CHICAGO, IL — The city of Chicago released body camera video Thursday showing the deadly police shooting of a 13-year-old boy.
The city is bracing for protests after the release of the graphic video. The boy's family and Chicago Mayor Lori Lightfoot are calling for people to express themselves "peacefully."
The boy, Adam Toledo, was shot and killed on March 29, 2021. Officers say they were chasing Toledo and a man after they received notification of shots fired in the area.
In the video, an unidentified Chicago officer drives to the scene and quickly exits his vehicle. He begins to run after Toledo down an alleyway, pushing past a person seen walking.
When the video’s audio begins, the officer yells "Police, stop." As the officer draws closer, Toledo is standing next to a break in the fence, turned toward the officer.
The officer yells, to show his hands and to “drop it,” just as it appears that the teen puts his hands up. The video appears to show that the boy wasn't holding anything and had his hands up when the officer, Eric Stillman, shot him.
Stillman immediately calls for medical assistance saying, "shots fired by police," and he requests an ambulance.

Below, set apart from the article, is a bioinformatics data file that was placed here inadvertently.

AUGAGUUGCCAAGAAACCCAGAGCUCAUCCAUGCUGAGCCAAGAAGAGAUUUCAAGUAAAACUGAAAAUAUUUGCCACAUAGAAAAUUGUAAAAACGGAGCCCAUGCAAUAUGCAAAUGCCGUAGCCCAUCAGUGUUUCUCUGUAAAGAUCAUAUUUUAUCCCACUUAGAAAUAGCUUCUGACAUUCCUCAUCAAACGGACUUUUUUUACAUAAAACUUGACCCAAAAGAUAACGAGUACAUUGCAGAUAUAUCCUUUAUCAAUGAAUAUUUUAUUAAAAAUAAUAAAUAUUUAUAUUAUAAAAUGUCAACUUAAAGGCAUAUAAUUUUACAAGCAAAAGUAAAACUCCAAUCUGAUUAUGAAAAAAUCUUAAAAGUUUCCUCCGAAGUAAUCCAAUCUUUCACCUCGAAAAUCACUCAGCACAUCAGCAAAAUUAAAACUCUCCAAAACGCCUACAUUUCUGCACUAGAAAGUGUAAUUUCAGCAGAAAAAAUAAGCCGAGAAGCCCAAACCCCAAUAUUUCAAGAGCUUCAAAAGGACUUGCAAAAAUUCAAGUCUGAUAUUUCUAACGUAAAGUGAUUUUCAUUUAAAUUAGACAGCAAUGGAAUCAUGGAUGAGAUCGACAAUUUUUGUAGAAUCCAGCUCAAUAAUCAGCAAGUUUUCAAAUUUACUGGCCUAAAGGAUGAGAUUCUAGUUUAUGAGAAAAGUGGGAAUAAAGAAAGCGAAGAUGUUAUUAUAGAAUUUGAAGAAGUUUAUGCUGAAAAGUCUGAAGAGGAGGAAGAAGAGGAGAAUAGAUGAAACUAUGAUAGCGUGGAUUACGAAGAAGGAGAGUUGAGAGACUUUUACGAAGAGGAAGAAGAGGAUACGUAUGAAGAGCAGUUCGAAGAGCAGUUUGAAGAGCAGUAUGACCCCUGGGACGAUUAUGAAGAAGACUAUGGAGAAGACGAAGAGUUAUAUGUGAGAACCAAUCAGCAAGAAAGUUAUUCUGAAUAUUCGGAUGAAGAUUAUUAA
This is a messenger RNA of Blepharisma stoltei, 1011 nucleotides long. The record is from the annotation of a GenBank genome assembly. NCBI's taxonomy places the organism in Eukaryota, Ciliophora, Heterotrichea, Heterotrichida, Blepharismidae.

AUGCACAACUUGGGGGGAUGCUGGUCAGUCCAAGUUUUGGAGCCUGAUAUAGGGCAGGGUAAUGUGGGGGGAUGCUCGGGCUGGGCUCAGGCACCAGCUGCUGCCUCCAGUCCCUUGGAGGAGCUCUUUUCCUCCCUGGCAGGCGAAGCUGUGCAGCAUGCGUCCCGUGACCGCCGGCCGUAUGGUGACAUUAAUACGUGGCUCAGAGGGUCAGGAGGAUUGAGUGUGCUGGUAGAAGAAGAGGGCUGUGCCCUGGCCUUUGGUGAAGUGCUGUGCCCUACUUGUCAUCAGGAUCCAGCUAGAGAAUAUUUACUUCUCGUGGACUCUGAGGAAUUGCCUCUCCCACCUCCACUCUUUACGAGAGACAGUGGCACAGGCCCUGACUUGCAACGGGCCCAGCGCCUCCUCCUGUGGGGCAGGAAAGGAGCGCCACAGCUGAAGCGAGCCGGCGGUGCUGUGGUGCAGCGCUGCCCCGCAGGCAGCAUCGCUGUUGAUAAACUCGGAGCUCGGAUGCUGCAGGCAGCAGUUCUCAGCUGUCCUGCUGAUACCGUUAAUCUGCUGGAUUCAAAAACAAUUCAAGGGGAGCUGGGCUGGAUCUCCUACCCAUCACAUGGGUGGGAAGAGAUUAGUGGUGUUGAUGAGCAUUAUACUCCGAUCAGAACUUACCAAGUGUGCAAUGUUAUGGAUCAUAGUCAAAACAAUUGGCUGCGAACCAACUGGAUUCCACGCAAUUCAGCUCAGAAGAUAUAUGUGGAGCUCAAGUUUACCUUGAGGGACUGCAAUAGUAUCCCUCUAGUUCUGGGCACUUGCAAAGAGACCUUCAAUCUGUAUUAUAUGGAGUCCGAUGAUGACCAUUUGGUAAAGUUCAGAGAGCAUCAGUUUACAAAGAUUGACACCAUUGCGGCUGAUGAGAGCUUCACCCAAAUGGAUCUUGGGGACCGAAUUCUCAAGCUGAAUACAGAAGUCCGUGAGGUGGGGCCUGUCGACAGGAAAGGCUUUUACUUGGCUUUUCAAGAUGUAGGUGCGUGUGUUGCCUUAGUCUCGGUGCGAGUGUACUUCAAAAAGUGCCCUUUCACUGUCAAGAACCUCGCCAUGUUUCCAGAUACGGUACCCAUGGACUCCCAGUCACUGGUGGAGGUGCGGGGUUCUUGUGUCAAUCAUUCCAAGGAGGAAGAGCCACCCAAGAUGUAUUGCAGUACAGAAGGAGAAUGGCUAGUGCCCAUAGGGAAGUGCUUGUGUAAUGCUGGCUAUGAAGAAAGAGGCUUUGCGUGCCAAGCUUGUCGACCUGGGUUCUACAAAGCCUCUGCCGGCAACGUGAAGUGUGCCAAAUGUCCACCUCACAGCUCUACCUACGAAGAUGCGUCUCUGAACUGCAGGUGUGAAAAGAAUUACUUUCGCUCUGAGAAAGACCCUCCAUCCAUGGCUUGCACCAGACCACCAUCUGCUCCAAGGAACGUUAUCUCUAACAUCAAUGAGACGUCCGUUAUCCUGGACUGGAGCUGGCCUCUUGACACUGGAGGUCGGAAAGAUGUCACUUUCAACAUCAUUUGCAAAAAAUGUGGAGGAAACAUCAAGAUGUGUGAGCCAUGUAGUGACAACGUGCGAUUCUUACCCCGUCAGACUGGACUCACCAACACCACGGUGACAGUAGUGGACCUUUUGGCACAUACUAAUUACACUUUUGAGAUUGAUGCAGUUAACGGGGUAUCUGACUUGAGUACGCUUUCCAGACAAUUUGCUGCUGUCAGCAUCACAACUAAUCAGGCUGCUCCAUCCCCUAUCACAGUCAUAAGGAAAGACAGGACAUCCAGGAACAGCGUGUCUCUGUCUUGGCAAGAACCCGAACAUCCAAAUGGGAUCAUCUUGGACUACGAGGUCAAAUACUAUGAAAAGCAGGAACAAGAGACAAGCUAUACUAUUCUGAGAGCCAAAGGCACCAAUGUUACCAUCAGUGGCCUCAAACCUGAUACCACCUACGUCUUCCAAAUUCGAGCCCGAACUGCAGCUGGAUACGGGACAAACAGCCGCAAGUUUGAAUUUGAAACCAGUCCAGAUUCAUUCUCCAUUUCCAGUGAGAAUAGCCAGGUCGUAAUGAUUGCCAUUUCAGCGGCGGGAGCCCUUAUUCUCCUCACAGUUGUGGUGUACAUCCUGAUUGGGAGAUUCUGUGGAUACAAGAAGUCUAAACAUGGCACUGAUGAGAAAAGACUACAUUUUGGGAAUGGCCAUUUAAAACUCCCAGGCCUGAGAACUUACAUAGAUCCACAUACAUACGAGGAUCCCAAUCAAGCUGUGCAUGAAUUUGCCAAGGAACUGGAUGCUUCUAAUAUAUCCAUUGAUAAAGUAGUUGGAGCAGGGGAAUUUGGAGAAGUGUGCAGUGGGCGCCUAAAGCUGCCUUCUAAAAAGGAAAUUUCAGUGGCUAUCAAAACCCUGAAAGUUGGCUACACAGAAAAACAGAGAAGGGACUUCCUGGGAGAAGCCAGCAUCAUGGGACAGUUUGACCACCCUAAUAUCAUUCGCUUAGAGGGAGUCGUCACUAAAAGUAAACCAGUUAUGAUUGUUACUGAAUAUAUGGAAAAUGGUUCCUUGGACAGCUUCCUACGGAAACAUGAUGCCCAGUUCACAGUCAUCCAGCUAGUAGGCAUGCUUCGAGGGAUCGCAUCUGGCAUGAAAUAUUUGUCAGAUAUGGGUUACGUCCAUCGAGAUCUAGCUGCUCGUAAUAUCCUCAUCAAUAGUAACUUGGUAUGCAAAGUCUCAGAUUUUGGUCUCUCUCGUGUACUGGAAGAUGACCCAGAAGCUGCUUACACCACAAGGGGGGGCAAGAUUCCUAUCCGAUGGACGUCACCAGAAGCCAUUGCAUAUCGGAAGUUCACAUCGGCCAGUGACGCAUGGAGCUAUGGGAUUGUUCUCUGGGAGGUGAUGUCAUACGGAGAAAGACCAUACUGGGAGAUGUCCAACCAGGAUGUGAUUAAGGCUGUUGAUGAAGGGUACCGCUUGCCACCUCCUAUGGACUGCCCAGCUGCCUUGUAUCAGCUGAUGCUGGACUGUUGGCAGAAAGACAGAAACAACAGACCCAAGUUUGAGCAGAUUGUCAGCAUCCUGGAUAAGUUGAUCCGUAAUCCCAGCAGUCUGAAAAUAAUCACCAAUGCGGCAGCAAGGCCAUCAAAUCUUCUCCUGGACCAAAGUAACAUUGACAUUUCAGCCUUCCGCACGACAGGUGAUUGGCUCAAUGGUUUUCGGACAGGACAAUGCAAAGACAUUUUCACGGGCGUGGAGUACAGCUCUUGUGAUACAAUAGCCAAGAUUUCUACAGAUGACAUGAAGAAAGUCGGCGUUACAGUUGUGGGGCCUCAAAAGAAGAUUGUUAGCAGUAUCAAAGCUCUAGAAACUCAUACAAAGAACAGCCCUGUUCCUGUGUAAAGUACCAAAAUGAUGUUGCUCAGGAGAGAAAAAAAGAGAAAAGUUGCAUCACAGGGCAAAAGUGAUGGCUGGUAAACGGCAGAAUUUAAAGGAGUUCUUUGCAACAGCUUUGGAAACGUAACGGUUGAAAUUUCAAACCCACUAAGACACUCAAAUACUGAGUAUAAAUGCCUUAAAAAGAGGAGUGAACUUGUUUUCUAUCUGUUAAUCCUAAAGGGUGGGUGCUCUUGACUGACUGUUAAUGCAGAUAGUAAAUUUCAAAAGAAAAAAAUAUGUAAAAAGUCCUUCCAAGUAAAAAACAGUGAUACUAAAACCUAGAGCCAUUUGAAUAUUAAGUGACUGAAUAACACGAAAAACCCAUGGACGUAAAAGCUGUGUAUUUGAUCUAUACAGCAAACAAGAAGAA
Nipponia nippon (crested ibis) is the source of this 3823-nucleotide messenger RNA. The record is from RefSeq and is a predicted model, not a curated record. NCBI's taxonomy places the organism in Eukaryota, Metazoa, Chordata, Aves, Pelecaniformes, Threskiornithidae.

That all happened within 20 seconds of the officer arriving at the scene.
The Chicago Police Department said immediately following the incident that Toledo had a gun in his hand.
Attorney Adeena Weiss Ortiz, who is representing the Toledo family, says "I can't tell you with 100% certainty until I have that video forensically analyzed and enhanced. But it is not relevant, because he tossed the gun. If he had a gun, he tossed it."
The Civilian Office of Police Accountability, which is investigating the shooting, released the video two days after Toledo’s family was shown the footage. Several other third-party surveillance videos and other investigative materials were released to the public as well.
Lightfoot expressed sorrow for the Toledo family during a briefing Thursday, saying "No parent should ever have a video broadcast widely of their child's last moments, much less lose their child in the first place."
"We all must proceed with empathy and calm, and importantly, peace," Lightfoot said.